An Obama policy the tea party should love

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  • Obama raising federal minimum wage - a deal Tea Partiers could love?

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  • What to make of Obama's wage increase for federal workers

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  • Is there a silver lining to a wage increase to federal workers?

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In Tuesday's State of the Union address, President Obama put forth at least one initiative that is useful, should arouse bipartisan support and deserves to be taken much further than he suggested. I am talking about his plan to force federal contractors to pay workers a minimum of $10.10 per hour, instead of the federal minimum wage of $7.25.

Why, you may ask, is this initiative so useful? Well, let me explain. By voluntarily paying higher prices for some goods and services the federal government procures, without clamoring for new appropriations, Obama is effectively reducing the size of government. Paying prices that are 40 percent higher than before, without the corresponding massive budget expansion, brings down the amount of goods and services acquired by almost 30 percent. And Obama believes this to be a good idea. I am sure that even conservative tea party members who are opposed to most of the president's agenda will welcome this development.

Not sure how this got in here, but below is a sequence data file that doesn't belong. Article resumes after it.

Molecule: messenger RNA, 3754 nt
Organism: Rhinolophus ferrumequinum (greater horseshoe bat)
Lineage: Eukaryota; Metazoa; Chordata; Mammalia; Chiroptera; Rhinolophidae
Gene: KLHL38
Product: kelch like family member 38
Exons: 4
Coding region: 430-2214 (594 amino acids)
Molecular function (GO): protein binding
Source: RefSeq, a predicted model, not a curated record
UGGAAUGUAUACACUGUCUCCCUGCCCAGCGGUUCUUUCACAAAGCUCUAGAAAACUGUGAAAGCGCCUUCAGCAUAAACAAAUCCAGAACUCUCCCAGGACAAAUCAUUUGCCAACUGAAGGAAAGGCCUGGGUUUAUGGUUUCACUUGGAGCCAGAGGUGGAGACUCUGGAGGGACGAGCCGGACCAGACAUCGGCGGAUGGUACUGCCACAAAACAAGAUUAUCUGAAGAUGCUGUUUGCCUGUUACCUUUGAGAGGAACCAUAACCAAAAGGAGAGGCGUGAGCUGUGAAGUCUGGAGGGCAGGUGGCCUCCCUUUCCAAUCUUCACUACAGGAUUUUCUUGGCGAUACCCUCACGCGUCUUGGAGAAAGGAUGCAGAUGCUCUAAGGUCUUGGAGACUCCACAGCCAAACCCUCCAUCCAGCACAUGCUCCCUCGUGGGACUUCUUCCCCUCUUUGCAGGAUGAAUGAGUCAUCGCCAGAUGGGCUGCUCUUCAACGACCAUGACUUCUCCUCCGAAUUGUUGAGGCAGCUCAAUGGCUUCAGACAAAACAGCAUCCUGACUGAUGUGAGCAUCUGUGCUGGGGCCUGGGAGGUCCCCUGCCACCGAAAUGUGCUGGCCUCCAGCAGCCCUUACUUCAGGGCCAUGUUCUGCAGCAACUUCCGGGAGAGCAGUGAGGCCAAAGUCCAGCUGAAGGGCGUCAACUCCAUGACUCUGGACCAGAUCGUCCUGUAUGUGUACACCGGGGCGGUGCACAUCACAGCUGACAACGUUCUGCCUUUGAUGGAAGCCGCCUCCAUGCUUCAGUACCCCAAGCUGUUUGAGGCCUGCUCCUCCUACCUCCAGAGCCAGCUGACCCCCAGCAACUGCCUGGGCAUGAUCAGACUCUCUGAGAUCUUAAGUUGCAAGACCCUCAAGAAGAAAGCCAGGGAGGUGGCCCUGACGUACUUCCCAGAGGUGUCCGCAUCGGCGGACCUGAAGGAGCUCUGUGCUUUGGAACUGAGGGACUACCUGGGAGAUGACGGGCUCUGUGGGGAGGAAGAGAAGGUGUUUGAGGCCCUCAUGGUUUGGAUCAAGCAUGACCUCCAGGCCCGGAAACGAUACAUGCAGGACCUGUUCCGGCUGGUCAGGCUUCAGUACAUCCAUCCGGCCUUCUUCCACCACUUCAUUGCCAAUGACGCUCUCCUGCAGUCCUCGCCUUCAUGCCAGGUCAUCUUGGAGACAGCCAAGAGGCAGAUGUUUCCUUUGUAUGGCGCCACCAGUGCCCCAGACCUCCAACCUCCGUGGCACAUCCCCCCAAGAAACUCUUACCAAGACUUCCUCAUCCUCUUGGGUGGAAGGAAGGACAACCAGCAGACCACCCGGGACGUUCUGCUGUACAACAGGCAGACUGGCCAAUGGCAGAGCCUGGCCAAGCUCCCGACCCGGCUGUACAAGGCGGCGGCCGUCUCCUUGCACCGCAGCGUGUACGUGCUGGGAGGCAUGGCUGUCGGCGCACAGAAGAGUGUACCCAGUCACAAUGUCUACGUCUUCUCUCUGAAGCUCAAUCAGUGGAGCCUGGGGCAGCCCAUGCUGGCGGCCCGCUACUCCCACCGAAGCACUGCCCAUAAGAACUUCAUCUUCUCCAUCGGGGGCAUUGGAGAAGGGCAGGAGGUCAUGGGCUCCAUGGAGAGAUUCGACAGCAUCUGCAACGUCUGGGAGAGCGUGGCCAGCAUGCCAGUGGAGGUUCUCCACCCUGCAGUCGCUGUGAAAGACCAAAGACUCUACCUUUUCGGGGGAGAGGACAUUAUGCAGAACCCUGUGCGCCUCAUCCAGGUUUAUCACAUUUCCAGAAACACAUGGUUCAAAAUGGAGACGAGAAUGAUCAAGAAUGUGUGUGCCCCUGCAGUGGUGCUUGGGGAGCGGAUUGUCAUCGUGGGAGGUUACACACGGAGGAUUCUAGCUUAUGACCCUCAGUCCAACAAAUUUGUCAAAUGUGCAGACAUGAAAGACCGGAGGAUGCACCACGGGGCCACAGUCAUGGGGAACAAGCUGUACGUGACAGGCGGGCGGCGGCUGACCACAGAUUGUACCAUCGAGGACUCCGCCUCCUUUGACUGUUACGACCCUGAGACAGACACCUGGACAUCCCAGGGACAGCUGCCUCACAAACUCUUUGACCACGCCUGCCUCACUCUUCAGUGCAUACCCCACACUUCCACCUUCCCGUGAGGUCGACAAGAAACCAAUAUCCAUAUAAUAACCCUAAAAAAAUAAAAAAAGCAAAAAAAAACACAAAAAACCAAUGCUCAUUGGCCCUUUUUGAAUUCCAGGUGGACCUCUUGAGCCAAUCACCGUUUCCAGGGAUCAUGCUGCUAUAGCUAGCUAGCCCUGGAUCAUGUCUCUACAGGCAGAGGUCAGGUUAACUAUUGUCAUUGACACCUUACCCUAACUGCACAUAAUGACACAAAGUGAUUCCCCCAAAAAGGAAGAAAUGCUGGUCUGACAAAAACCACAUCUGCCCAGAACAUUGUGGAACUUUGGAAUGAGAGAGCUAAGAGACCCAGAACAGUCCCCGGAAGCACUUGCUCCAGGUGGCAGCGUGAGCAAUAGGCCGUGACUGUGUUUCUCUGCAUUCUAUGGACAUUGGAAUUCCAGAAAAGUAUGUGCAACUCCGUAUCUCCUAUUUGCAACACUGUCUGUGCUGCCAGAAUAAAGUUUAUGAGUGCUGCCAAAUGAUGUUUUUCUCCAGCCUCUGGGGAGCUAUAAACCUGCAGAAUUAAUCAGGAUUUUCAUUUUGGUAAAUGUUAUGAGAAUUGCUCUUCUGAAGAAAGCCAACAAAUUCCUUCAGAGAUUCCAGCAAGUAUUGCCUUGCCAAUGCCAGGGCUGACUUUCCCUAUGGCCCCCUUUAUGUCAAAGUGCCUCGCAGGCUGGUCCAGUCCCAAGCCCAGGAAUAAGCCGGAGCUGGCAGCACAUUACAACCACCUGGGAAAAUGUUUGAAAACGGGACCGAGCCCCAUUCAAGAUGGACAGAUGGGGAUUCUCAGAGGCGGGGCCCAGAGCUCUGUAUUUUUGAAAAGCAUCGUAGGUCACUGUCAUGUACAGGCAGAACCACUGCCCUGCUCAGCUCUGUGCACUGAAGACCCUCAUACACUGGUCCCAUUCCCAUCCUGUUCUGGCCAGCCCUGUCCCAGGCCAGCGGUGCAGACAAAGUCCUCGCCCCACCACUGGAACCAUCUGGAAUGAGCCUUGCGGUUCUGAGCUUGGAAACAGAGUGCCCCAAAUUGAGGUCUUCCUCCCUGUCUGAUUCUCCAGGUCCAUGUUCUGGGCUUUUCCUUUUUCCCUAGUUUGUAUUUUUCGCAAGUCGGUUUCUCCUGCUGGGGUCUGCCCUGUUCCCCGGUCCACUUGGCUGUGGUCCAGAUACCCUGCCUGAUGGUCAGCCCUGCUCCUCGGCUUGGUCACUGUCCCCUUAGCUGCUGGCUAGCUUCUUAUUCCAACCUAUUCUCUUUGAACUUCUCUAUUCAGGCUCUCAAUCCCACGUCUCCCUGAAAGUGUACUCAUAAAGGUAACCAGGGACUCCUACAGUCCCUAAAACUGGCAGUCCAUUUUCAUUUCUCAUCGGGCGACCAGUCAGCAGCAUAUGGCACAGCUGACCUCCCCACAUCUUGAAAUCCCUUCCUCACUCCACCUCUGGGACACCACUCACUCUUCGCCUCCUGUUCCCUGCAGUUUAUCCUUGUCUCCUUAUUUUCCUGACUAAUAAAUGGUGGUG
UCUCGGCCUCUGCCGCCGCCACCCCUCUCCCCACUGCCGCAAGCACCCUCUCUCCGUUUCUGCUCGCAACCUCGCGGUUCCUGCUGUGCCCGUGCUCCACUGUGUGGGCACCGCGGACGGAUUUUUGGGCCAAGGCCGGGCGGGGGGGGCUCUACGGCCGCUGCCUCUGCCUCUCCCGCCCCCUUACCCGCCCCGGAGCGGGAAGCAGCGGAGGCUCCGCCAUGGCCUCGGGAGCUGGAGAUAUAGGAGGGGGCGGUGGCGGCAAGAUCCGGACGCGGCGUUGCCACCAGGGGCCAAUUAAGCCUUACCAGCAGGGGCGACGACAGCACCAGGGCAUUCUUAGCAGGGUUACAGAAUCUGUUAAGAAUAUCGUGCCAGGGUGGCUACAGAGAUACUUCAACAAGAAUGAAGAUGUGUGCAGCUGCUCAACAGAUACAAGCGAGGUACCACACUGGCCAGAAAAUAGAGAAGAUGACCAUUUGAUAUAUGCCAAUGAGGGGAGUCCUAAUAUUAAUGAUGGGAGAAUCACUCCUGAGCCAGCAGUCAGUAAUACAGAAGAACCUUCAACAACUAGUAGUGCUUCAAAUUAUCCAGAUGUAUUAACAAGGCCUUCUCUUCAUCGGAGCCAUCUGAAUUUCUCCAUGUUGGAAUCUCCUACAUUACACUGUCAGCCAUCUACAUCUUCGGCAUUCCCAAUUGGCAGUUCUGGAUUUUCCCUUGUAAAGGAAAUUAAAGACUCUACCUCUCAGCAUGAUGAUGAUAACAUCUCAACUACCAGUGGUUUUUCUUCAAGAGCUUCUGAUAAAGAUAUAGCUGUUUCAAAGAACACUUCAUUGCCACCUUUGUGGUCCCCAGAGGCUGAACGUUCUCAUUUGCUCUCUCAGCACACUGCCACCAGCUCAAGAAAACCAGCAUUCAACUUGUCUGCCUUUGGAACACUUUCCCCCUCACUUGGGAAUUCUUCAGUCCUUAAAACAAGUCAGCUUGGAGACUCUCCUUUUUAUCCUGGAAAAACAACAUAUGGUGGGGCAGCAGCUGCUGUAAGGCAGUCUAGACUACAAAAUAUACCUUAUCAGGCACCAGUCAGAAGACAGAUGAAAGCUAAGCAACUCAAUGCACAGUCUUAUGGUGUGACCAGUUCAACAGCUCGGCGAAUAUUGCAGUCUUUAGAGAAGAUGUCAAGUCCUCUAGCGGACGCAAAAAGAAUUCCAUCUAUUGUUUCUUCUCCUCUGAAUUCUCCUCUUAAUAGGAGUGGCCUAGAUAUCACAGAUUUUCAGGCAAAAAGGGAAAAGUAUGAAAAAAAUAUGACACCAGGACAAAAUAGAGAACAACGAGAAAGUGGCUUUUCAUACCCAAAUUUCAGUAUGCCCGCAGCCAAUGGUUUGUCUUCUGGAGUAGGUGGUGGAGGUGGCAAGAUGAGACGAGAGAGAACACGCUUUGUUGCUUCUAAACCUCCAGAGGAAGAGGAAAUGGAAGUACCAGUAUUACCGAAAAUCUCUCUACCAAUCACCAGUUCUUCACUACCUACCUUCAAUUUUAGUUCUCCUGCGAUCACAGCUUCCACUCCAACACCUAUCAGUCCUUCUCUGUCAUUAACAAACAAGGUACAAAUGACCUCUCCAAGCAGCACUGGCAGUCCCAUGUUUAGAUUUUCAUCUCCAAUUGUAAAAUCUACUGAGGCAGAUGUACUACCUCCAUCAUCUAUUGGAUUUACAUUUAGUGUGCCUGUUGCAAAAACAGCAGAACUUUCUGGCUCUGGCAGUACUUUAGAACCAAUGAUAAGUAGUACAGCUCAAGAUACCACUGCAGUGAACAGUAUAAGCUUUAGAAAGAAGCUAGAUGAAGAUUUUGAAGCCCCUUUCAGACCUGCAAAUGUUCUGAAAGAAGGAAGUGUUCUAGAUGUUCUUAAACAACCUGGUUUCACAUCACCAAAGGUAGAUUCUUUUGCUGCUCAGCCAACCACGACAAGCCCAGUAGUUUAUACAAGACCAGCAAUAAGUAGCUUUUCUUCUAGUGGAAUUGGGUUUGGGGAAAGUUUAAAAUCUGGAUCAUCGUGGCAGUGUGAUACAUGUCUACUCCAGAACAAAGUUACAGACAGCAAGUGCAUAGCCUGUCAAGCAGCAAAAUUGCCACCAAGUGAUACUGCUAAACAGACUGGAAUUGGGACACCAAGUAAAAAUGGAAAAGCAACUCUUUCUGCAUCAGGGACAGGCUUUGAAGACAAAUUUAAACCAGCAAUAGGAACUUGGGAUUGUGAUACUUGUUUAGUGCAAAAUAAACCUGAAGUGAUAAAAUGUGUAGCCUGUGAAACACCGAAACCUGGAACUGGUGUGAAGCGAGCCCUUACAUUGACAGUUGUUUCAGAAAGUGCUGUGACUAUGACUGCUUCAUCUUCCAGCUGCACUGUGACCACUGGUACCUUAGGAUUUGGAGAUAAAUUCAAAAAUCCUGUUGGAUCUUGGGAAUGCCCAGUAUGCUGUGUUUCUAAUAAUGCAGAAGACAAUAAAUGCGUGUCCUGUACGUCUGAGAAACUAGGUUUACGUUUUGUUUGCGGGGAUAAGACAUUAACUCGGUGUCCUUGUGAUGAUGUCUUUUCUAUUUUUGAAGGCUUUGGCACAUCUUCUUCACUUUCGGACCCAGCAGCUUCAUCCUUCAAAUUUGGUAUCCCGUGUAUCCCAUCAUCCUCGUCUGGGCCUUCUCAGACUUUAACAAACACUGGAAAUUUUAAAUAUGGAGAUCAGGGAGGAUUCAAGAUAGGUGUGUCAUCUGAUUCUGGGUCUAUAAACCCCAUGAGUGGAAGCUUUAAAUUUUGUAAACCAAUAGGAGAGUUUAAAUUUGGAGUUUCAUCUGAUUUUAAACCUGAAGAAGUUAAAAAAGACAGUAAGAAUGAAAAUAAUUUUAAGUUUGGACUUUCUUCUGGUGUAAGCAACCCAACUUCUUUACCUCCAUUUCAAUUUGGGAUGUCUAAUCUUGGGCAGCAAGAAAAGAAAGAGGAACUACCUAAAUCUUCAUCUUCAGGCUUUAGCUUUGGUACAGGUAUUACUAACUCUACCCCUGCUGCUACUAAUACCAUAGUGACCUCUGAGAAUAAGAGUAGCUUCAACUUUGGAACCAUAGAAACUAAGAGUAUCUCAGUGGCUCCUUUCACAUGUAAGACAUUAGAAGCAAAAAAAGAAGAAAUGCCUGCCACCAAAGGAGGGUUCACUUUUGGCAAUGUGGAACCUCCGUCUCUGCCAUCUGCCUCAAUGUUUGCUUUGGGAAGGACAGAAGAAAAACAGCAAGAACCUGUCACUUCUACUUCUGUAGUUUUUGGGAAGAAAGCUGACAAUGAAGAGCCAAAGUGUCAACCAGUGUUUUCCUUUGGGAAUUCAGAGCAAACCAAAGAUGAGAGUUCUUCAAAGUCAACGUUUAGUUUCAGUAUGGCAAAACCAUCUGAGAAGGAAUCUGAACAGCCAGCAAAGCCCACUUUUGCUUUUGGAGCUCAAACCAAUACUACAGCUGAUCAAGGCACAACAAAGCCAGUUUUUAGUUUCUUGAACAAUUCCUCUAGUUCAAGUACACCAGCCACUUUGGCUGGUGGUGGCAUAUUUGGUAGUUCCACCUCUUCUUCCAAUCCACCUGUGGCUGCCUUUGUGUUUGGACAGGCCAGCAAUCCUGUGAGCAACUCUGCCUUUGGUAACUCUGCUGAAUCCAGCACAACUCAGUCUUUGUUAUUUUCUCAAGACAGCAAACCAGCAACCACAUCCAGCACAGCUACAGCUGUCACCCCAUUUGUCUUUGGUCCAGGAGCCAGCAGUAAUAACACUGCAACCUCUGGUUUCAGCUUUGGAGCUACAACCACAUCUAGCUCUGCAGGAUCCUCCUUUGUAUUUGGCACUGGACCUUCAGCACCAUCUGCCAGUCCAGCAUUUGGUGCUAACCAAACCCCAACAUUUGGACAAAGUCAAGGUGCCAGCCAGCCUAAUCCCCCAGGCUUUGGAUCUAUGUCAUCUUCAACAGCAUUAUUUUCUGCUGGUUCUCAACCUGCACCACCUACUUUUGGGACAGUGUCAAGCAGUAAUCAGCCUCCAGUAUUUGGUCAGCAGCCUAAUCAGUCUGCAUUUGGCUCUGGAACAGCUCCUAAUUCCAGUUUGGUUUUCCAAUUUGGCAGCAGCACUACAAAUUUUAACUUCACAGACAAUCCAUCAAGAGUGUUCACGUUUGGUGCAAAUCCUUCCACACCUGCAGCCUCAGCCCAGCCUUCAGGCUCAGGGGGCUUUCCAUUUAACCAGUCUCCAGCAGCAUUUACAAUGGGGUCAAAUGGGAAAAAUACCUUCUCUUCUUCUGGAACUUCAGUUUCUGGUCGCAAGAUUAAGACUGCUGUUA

The ball is in their court now. Let them take the president's plan, and the underlying reasoning, seriously. If, as the president believes, 30 percent of what the federal government does, outside of writing checks to people and defending the nation's safety, is useless, then why not just get rid of it? 30 percent of domestic non-defense discretionary spending equals some $200 billion, so Obama's plan would shave about $2 trillion off total expenditures over the next decade, almost a sixth of the national debt. Conservatives should embrace this opening with enthusiasm.

'Tis quite the evolution the president has gone through. A mere year ago, he was painting doomsday scenarios about the impact of the sequester, and only a few months ago he worried aggressively about the impact of the government shutdown. Of course, nothing disastrous actually happened and pandas continued to fail to procreate. It is heartwarming to observe that the president learned from those experiences, and is now ready to make drastic cuts to the size and scope of federal government programs.

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About the Author

 

Stan
Veuger

  • Stan Veuger is a resident scholar at AEI.  His academic research focuses on political economy, and has been published in The Quarterly Journal of Economics. He writes frequently for popular audiences on a variety of topics, including health and tax policy. He is a regular contributor to The Hill, The National Interest, U.S. News & World Report, and AEIdeas, AEI’s policy blog. Before joining AEI, Dr. Veuger was a teaching fellow at Harvard University and Universitat Pompeu Fabra. He is a board member of the Netherland-American Foundation in Washington and at The Bulwark, a quarterly public policy journal, and was a National Review Institute Washington Fellow. He is a graduate of Utrecht University and Erasmus University Rotterdam, and holds an M.Sc. in Economics from Universitat Pompeu Fabra, as well as A.M. and Ph.D. degrees, also in Economics, from Harvard University. His academic research website can be found here.


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